The Confederation of African Football (CAF, /ˈkæf/; French: Confédération Africaine de Football; Arabic: الإتحاد الأفريقي لكرة القدم) is the administrative and controlling body for African association football.
CAF represents the national football associations of Africa, runs continental, national, and club competitions, and controls the prize money, regulations and media rights to those competitions.
CAF is the biggest of six continental confederations of FIFA. CAF has been given 5 slots out of the 32 available since the 1998 FIFA World Cup in France, this increased to 6 in 2010 FIFA World Cup in South Africa, to include the hosts. The number of places returned to 5 for the 2014 FIFA World Cup.
CAF was founded on 8 February 1957 in Khartoum, Sudan by the Egyptian, Ethiopian, South African and Sudanese FA`s, following former discussions between the Egyptian, Somali, South African and Sudanese FAs earlier on 7 June 1956 at the Avenida Hotel in Lisbon, Portugal. Its first headquarters was situated in Khartoum, Sudan for some months until a fire outbreak in the offices of the Sudanese Football Association when the organization moved near Cairo. Youssef Mohammad was the first General Secretary and Abdel Aziz Abdallah Salem the president. The administrative center since 2002 is located in 6th of October City, near Cairo. It was initially made up of 4 national associations. Currently there are 56 associations, 54 full members beside Zanzibar and Réunion Island as associates. (see the bottom of this page or List of CAF national football teams).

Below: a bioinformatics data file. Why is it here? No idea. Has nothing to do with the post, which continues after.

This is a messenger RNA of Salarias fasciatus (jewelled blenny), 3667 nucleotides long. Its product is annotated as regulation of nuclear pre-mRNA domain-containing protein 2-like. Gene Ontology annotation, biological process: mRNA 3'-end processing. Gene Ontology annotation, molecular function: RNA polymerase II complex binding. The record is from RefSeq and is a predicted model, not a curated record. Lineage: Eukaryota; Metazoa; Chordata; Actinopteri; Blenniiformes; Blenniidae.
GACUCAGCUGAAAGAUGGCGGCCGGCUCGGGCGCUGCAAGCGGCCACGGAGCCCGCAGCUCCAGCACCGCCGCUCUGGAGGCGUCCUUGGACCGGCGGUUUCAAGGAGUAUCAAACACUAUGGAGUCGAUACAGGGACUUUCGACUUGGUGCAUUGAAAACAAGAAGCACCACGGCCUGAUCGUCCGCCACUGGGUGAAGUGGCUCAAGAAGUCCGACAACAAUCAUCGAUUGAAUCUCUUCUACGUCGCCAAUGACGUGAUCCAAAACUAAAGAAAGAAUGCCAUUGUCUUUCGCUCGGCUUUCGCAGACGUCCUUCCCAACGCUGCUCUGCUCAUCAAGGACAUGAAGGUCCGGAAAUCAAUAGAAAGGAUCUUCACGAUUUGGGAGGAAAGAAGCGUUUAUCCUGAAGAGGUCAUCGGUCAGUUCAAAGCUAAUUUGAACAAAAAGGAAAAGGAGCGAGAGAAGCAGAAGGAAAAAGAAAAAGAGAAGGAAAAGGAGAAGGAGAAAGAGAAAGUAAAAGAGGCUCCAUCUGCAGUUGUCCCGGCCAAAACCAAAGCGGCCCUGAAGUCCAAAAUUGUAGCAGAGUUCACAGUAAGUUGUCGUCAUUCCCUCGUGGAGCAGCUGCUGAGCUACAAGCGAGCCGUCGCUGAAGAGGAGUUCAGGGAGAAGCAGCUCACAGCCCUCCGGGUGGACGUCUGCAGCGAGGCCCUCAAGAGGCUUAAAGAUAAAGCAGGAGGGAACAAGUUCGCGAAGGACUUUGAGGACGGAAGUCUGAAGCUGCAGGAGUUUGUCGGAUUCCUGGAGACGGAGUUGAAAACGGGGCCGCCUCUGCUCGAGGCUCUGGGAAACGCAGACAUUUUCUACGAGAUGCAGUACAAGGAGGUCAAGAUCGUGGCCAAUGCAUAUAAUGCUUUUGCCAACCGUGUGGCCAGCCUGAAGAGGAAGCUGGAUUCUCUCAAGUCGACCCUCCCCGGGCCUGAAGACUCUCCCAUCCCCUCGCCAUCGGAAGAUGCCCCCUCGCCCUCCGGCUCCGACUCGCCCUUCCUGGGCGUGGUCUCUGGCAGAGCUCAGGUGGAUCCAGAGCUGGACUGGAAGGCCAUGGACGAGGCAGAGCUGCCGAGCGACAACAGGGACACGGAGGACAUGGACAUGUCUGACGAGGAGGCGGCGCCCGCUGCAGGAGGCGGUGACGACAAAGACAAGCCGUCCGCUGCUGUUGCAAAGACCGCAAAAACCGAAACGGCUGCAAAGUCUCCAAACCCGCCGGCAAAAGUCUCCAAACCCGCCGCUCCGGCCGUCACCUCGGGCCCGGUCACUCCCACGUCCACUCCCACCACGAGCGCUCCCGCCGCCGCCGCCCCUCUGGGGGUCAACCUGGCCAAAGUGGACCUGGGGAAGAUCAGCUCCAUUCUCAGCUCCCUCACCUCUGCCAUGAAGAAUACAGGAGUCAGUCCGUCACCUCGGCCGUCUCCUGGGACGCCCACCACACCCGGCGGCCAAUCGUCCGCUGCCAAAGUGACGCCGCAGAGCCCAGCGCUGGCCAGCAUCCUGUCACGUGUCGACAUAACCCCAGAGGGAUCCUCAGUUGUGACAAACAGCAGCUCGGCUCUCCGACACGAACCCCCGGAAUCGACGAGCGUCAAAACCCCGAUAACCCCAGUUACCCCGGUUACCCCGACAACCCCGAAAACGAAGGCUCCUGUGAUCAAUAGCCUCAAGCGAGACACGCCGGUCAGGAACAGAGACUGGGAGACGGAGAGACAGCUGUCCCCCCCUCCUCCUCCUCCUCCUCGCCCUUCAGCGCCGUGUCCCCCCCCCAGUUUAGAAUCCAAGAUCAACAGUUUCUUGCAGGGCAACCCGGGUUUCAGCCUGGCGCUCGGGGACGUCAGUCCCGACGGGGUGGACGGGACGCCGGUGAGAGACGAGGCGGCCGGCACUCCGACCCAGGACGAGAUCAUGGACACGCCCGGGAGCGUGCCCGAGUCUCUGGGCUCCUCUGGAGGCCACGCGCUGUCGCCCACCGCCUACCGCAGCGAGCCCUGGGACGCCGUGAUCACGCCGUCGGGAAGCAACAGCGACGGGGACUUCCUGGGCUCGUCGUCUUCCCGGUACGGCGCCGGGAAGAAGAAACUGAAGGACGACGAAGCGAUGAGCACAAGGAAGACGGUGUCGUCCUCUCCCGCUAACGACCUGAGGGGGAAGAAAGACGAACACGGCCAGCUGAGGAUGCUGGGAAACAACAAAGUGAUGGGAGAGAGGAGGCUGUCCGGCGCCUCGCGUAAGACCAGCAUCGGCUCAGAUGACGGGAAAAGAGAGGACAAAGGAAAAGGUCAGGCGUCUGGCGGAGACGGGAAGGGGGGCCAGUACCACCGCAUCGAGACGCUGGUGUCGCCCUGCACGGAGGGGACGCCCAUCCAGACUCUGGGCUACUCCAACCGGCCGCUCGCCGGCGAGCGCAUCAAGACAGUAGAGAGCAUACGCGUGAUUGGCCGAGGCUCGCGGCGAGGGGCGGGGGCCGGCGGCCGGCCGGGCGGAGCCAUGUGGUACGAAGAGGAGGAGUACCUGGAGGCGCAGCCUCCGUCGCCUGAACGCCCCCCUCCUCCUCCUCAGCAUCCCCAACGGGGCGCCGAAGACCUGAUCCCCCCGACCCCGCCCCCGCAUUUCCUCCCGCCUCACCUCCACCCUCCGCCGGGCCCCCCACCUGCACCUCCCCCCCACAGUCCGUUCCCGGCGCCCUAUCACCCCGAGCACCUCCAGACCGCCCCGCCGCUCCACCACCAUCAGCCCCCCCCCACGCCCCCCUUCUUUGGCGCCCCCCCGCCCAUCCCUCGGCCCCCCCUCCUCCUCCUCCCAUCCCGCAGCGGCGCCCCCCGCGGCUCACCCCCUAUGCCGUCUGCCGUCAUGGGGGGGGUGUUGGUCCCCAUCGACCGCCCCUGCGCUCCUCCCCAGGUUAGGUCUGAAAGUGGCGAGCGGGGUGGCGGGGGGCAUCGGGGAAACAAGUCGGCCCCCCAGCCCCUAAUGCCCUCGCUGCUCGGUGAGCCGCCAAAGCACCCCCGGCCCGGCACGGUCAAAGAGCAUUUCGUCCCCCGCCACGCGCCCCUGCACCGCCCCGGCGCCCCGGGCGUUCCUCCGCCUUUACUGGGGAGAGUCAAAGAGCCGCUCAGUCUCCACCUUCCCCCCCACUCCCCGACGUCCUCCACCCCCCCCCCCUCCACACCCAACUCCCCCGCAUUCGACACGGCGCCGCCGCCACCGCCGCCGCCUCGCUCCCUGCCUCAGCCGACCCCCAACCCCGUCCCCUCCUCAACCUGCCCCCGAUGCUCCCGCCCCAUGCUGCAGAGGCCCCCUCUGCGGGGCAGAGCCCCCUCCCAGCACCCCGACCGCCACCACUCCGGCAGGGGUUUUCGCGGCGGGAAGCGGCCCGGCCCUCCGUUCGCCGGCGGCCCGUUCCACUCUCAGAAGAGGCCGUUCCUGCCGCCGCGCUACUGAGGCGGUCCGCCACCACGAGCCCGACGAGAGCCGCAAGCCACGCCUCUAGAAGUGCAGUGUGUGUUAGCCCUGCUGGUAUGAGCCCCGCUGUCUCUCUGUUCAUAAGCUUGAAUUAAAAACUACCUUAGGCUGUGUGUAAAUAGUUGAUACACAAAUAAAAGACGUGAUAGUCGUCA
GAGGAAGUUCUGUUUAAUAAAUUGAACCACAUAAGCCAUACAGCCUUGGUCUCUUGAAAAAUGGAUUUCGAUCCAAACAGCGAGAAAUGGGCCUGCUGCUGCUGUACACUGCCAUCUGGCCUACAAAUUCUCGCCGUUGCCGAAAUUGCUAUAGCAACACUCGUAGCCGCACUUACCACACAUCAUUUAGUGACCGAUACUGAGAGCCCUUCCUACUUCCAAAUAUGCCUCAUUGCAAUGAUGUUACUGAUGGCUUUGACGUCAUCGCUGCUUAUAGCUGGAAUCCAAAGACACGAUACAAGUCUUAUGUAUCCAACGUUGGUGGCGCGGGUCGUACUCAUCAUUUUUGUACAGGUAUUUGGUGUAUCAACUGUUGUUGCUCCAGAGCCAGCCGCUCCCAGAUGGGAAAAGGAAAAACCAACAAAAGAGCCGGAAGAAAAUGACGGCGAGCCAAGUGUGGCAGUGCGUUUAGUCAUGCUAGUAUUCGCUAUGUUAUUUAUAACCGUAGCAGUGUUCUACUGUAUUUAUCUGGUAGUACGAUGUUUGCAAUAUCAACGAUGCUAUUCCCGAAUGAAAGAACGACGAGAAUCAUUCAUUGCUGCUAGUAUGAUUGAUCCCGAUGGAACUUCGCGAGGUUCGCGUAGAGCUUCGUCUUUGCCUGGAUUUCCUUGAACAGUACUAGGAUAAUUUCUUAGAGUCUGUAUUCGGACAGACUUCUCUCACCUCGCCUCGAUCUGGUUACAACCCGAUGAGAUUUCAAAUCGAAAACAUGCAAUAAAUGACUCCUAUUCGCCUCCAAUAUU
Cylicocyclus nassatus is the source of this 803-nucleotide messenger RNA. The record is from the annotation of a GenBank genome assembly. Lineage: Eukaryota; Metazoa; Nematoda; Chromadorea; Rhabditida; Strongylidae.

The current CAF President is Issa Hayatou. Suketu Patel is the 1st Vice-President, Almamy Kabele Camara is the 2nd Vice-President while Hicham El Amrani is the Secretary General. Hayatou announced that he would seek another four-year term as president for the 16 March 2017 election.